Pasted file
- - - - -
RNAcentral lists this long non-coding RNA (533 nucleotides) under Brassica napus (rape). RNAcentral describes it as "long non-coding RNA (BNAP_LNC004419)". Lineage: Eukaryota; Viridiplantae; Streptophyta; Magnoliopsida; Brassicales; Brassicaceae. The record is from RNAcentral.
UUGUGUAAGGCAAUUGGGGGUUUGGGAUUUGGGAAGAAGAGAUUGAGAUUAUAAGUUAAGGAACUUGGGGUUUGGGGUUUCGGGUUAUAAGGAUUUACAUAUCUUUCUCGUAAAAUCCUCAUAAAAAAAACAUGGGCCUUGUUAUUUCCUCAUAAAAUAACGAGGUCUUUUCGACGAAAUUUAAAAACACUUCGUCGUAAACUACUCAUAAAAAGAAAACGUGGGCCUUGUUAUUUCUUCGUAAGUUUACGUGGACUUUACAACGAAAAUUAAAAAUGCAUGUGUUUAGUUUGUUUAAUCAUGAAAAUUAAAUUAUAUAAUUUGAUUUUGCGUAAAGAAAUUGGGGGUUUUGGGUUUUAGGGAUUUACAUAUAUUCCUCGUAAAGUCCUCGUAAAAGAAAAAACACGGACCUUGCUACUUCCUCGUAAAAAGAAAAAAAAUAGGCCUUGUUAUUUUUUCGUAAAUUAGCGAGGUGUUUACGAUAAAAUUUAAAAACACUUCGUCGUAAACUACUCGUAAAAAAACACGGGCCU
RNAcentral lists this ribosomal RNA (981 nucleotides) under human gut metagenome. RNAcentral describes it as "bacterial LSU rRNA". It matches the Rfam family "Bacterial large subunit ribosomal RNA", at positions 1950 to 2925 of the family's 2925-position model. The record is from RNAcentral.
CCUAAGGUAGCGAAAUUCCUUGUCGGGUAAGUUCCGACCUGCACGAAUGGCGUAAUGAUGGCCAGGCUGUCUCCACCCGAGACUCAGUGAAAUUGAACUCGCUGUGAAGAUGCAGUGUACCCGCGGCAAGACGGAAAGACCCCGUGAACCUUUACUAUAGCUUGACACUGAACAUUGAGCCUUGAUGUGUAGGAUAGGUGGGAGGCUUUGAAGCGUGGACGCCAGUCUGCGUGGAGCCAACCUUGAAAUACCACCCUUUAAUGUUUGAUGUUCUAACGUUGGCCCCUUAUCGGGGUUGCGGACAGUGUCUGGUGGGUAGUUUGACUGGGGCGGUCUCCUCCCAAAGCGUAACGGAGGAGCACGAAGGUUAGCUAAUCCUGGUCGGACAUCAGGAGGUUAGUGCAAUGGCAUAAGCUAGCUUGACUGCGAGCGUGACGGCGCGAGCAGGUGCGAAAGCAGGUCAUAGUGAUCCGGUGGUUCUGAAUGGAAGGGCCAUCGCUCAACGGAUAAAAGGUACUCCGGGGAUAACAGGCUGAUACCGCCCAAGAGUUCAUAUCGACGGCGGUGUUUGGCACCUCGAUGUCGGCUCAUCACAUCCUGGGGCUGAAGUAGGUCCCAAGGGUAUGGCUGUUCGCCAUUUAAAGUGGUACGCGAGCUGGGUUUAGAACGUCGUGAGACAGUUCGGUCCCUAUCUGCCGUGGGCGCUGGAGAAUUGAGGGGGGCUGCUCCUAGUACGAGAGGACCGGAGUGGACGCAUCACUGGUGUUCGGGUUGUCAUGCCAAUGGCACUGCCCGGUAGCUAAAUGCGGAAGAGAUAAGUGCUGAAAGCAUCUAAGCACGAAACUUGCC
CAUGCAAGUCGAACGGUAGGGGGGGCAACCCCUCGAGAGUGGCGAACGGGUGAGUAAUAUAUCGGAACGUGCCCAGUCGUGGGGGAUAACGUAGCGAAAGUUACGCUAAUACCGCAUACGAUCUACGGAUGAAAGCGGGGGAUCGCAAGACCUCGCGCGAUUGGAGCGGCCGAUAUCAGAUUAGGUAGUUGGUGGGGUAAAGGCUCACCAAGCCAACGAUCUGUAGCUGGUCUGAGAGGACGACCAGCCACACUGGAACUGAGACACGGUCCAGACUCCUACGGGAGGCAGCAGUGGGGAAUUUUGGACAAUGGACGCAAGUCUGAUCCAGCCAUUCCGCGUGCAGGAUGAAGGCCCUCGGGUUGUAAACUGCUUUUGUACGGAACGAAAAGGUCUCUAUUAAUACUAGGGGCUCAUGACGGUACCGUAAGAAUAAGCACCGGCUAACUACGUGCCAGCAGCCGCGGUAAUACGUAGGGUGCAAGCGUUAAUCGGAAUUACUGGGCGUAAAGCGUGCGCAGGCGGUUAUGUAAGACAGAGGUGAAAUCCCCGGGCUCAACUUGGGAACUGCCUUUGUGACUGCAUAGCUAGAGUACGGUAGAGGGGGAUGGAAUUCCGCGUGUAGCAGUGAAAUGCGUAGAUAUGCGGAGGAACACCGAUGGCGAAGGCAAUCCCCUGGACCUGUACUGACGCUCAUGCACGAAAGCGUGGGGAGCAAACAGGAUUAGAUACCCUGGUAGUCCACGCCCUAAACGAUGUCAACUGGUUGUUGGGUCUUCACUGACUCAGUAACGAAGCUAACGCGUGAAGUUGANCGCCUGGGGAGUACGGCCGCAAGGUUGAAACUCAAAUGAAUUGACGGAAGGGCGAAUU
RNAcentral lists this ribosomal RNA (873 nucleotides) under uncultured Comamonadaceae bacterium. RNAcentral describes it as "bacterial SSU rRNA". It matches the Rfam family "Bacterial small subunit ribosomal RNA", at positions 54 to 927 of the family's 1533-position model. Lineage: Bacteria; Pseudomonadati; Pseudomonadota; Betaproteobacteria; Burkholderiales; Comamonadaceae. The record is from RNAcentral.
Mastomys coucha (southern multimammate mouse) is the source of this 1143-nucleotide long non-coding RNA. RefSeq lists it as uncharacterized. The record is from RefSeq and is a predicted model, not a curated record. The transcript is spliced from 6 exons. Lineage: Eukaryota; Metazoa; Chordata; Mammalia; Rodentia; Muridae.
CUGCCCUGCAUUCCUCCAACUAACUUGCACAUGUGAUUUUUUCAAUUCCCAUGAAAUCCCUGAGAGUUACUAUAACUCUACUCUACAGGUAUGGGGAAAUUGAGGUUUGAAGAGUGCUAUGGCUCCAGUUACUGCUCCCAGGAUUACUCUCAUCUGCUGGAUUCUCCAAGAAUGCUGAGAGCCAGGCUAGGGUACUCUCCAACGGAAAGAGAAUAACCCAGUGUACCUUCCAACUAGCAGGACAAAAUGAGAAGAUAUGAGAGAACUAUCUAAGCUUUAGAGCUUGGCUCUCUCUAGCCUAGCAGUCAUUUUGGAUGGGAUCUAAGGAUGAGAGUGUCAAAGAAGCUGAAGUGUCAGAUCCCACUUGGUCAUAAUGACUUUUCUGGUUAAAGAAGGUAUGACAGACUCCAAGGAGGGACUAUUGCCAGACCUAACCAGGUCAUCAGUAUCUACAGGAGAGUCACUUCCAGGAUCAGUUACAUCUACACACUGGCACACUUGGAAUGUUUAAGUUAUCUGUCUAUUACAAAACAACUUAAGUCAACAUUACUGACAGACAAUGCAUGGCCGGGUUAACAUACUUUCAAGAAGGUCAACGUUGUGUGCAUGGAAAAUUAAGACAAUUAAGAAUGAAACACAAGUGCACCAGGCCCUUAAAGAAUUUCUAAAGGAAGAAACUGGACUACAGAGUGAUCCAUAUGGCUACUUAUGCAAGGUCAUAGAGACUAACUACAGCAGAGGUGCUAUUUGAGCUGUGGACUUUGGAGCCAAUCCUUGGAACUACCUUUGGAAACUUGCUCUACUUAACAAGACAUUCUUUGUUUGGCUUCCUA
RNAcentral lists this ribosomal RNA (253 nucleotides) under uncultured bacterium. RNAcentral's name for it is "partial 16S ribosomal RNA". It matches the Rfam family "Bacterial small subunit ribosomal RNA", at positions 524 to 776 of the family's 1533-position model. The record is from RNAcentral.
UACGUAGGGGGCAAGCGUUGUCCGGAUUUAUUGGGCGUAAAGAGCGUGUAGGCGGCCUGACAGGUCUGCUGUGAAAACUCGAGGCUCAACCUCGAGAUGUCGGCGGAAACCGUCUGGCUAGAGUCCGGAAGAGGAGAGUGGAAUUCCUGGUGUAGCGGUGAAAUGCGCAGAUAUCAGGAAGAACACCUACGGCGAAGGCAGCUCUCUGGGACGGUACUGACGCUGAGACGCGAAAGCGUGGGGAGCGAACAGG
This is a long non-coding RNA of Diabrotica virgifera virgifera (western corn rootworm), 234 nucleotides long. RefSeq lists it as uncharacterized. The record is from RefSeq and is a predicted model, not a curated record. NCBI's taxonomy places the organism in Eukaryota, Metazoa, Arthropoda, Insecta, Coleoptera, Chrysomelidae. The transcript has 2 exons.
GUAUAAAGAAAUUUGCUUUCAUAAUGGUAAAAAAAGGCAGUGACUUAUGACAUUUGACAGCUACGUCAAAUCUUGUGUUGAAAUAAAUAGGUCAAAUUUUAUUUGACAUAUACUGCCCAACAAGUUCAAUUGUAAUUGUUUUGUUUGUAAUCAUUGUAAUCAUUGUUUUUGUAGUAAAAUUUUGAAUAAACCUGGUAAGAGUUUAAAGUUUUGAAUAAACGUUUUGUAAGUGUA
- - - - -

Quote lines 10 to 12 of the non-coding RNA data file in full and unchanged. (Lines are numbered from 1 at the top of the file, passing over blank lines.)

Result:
UACGUAGGGGGCAAGCGUUGUCCGGAUUUAUUGGGCGUAAAGAGCGUGUAGGCGGCCUGACAGGUCUGCUGUGAAAACUCGAGGCUCAACCUCGAGAUGUCGGCGGAAACCGUCUGGCUAGAGUCCGGAAGAGGAGAGUGGAAUUCCUGGUGUAGCGGUGAAAUGCGCAGAUAUCAGGAAGAACACCUACGGCGAAGGCAGCUCUCUGGGACGGUACUGACGCUGAGACGCGAAAGCGUGGGGAGCGAACAGG
This is a long non-coding RNA of Diabrotica virgifera virgifera (western corn rootworm), 234 nucleotides long. RefSeq lists it as uncharacterized. The record is from RefSeq and is a predicted model, not a curated record. NCBI's taxonomy places the organism in Eukaryota, Metazoa, Arthropoda, Insecta, Coleoptera, Chrysomelidae. The transcript has 2 exons.
GUAUAAAGAAAUUUGCUUUCAUAAUGGUAAAAAAAGGCAGUGACUUAUGACAUUUGACAGCUACGUCAAAUCUUGUGUUGAAAUAAAUAGGUCAAAUUUUAUUUGACAUAUACUGCCCAACAAGUUCAAUUGUAAUUGUUUUGUUUGUAAUCAUUGUAAUCAUUGUUUUUGUAGUAAAAUUUUGAAUAAACCUGGUAAGAGUUUAAAGUUUUGAAUAAACGUUUUGUAAGUGUA